Erie County Legislature Chairman John J. Mills today subpoenaed the six members of the Erie County Fiscal Stability Authority’s (ECFSA) board after they ignored a resolution passed unanimously by the Legislature asking for a public discussion with board members to fully vet the $120 million borrowing plan for ECMC, which the ECFSA approved on Wednesday, March 15th in a 5-1 vote. The subpoenas were given to Ken Vetter, ECFSA Executive Director at a meeting of the Finance and Management Committee.
The subpoena compels the members to attend a special informational meeting, scheduled for 11 a.m. Tuesday, March 21. Legislators want to have the discussion prior to the Legislature voting on the Declaration of Need that is needed to allow the ECFSA to conduct the borrowing. The Legislature could take up the Declaration of Need as early as next Thursday.
“I attended the ECFSA’s board meeting on March 15 and was disappointed how casually they are approaching this significant borrowing plan. Though many were hearing the County Executive’s plan for the first time, they asked zero questions. We need to have a public discussion on this matter so that a real conversation can take place. The Legislature voted 11-0 on a resolution that asked the ECFSA Board to speak at a committee meeting and they refused to have a public discourse with Legislators, despite our several offers inviting them. We have tried since late February to get the ECFSA Board to appear before the Legislature. I am now utilizing my authority to subpoena the board. In my three and a half years as Chairman, I have never used this authority. I do not take this action lightly, this issue is that important,” said Chairman John Mills.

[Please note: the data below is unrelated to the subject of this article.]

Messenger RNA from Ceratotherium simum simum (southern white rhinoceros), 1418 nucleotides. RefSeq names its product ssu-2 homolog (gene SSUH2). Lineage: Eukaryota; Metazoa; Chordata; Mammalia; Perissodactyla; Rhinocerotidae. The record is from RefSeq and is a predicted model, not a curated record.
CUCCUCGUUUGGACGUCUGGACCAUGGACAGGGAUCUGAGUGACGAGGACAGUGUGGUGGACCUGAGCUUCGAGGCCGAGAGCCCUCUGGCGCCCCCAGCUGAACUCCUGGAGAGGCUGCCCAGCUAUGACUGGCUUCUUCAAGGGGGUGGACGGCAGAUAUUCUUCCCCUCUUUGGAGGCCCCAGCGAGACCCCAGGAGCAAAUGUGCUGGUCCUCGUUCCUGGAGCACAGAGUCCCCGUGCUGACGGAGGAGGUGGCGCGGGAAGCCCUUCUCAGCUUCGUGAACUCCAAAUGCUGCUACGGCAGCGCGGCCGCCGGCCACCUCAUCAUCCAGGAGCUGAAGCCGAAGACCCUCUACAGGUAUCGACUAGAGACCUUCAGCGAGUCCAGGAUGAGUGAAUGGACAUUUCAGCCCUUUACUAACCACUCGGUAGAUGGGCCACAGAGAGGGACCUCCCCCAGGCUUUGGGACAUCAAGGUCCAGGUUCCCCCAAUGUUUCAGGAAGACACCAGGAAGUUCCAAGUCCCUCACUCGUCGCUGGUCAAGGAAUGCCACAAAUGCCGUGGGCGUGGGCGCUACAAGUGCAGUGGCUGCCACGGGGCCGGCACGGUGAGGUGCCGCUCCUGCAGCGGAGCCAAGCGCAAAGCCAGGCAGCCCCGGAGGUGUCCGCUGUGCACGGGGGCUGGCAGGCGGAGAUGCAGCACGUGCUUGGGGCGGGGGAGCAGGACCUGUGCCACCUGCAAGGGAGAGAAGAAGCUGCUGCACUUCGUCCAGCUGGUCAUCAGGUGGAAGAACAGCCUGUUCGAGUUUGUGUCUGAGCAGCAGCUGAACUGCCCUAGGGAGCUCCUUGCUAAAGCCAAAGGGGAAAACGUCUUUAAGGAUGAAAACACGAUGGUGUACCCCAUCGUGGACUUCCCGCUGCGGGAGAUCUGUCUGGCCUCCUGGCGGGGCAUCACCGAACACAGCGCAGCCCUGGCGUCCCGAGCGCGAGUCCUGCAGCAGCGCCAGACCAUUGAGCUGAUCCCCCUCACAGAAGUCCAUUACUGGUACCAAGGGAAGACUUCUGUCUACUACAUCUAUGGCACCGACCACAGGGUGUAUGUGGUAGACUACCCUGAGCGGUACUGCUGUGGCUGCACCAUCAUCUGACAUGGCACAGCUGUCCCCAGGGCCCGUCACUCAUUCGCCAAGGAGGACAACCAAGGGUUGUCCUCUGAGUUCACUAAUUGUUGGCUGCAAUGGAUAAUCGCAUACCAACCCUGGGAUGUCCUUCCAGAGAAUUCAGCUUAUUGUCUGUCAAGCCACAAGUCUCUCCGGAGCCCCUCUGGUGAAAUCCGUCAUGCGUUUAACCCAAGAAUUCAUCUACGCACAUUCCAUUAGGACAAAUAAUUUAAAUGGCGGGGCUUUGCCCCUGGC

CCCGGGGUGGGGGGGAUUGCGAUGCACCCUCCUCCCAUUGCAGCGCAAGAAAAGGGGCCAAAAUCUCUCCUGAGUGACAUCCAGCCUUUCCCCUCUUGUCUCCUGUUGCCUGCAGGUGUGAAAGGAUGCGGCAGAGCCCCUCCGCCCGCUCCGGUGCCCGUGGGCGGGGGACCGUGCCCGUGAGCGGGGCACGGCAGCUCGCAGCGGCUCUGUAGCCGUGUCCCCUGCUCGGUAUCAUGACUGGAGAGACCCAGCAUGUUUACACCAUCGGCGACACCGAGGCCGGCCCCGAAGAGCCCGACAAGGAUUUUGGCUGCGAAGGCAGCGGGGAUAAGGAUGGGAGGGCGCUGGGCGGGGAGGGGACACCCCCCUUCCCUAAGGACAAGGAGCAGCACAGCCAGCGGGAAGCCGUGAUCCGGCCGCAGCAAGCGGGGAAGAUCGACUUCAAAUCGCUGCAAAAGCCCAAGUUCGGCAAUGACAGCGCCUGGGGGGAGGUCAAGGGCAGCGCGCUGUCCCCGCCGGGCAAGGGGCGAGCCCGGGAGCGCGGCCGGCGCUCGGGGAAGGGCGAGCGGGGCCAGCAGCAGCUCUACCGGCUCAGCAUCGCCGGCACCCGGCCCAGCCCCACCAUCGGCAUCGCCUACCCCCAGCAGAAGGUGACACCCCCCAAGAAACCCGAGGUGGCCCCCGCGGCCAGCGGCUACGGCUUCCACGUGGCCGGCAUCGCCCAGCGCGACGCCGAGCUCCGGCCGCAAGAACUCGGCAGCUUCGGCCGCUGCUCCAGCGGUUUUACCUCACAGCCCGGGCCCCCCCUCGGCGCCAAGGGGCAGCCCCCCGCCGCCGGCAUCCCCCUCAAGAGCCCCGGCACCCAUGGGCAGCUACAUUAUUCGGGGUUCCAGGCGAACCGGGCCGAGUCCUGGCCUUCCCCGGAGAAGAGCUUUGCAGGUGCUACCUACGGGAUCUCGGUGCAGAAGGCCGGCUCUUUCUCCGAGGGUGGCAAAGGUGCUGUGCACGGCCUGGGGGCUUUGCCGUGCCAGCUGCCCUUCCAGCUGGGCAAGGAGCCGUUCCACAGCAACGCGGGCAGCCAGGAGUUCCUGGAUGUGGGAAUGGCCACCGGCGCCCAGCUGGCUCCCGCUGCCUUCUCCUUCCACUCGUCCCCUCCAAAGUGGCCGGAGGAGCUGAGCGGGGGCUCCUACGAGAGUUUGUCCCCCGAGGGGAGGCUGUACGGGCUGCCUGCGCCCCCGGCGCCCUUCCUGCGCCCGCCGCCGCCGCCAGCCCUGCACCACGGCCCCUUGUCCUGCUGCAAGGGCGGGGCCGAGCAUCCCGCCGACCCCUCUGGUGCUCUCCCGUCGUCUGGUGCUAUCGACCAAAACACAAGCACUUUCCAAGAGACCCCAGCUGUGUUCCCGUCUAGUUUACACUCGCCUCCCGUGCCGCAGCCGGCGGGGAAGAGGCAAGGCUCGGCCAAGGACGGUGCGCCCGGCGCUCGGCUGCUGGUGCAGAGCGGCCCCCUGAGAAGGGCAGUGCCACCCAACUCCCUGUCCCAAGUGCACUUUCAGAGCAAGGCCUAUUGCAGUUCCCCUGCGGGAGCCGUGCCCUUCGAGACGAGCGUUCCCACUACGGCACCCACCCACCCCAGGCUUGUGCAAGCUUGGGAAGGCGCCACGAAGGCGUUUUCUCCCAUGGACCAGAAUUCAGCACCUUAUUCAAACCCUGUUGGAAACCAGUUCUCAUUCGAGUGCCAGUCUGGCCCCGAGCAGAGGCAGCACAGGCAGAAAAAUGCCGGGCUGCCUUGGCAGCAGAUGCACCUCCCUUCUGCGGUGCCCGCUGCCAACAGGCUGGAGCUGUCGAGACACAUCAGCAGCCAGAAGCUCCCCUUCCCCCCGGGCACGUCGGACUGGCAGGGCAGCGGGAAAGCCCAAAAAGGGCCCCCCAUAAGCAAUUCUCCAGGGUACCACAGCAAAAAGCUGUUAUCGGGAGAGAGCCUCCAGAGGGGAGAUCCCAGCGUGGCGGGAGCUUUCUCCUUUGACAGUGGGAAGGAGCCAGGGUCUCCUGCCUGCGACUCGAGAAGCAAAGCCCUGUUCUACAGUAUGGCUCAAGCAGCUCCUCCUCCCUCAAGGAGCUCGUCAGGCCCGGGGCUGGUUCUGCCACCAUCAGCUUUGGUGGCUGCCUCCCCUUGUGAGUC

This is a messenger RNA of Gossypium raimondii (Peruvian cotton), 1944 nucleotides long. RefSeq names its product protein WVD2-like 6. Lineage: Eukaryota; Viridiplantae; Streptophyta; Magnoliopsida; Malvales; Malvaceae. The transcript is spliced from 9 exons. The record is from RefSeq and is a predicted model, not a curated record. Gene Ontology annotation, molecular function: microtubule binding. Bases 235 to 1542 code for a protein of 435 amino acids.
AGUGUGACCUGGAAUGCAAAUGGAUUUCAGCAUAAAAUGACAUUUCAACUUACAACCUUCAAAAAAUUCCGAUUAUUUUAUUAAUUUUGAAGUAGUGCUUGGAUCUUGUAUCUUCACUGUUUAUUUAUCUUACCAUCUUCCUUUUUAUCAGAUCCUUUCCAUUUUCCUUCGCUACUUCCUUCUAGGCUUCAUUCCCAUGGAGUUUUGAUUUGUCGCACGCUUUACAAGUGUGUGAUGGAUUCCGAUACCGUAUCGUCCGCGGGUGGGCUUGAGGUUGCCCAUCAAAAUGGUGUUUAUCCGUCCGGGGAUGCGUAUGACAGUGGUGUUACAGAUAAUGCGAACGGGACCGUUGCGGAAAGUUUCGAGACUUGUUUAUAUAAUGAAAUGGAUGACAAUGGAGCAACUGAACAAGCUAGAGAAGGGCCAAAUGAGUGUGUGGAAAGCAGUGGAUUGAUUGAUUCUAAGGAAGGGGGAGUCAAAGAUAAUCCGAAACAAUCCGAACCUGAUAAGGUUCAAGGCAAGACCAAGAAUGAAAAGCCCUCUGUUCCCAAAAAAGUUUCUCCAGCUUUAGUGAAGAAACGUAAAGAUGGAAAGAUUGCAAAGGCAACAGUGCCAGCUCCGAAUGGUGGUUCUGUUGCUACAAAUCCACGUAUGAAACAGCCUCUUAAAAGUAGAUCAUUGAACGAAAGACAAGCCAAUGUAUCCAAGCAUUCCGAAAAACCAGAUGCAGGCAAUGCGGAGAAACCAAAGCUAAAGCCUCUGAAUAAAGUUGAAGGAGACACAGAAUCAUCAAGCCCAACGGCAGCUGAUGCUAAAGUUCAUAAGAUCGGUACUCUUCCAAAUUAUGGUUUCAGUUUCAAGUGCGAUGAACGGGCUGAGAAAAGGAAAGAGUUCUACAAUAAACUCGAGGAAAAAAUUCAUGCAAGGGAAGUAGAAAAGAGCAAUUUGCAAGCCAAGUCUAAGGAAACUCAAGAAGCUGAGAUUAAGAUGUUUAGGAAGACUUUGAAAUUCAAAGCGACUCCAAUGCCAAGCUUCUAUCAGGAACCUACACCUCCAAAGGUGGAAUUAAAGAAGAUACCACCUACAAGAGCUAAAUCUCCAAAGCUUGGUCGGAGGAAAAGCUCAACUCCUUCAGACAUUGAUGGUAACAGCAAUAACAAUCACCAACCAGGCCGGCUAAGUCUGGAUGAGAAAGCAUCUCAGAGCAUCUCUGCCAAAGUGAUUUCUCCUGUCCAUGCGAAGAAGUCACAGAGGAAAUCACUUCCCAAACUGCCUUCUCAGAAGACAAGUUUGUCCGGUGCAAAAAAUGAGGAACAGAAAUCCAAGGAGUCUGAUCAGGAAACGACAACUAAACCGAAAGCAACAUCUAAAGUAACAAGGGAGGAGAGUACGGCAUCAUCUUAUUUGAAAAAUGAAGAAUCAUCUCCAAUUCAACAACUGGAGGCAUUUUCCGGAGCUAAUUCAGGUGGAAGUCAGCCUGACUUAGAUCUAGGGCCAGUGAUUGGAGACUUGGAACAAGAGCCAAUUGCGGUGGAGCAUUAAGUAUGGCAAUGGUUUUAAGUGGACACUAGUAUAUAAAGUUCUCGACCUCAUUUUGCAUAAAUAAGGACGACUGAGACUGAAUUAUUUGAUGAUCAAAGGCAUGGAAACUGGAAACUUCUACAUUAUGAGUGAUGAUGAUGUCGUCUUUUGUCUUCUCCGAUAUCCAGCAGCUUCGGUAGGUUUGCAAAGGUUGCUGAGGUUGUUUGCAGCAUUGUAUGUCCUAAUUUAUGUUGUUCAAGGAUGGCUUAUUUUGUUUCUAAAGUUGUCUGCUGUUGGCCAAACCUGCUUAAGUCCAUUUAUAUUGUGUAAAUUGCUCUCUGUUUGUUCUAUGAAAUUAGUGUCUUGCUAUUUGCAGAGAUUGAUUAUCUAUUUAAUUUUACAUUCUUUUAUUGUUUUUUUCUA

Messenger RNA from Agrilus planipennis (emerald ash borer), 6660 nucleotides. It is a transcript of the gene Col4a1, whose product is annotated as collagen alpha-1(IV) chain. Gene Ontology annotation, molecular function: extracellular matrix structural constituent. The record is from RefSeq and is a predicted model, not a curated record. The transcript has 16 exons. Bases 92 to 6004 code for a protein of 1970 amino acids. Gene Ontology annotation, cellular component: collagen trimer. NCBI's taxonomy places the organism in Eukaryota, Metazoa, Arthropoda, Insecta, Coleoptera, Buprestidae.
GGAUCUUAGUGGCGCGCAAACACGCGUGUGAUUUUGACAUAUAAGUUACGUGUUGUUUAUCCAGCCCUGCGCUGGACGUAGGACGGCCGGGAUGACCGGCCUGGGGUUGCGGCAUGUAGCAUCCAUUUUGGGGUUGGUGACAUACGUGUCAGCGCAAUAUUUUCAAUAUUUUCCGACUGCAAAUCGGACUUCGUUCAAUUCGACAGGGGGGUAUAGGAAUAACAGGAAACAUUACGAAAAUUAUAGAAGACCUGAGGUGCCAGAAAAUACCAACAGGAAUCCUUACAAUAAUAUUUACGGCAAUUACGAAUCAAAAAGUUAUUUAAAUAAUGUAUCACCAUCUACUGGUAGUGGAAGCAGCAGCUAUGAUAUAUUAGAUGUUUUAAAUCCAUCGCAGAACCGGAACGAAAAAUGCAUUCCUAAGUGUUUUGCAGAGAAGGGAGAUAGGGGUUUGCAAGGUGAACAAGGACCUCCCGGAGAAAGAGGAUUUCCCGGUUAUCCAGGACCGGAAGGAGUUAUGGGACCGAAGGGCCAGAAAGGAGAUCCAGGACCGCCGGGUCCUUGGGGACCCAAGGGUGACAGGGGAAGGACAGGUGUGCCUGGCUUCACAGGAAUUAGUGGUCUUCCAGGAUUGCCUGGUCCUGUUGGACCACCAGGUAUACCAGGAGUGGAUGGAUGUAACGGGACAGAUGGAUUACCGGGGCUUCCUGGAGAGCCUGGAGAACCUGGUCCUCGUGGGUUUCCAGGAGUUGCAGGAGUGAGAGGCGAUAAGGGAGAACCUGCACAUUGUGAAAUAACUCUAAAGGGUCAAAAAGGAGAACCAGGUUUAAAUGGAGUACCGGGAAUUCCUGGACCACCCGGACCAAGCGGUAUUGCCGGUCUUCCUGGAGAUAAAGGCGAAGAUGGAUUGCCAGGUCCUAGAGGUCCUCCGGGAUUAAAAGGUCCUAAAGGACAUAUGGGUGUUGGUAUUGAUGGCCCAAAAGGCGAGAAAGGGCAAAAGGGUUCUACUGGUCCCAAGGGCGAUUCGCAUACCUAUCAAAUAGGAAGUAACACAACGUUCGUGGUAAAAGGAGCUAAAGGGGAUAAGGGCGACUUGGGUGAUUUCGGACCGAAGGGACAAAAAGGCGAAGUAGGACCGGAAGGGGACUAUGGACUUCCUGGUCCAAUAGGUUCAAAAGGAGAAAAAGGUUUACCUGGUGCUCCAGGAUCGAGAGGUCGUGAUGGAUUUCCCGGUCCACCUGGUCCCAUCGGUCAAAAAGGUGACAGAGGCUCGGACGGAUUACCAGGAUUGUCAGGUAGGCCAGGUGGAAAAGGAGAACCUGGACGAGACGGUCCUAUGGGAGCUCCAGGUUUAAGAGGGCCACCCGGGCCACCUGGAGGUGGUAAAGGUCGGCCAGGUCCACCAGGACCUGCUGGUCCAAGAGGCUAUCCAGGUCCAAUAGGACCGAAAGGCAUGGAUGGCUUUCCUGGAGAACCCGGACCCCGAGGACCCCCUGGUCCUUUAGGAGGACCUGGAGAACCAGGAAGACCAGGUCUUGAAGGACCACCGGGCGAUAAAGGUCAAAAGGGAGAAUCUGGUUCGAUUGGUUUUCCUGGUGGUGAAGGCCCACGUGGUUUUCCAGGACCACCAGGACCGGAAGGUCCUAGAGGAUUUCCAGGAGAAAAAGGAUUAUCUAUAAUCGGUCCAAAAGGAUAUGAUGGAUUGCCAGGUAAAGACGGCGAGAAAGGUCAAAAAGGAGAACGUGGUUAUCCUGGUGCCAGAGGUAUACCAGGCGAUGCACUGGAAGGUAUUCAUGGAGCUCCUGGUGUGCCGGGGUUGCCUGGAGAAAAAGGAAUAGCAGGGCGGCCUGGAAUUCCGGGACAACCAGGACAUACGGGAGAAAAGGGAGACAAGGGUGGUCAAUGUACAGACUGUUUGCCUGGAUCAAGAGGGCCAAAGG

The ECFSA was created following the “red-green” budget crisis during the Giambra administration that resulted in county department budgets being slashed, employees being laid off, parks closing and county services being decimated. The ECFSA was created to independently review county finances, including the budget of the County Executive and decisions of the County Legislature, to insure the county does not head down that path again. Four members are appointed by the Governor, one is appointed by the New York State Senate, and one is appointed by the New York State Assembly. Though they are a state authority, Erie County and Erie County residents fund the control board to the tune of almost $500,000 a year for staff and administrative costs.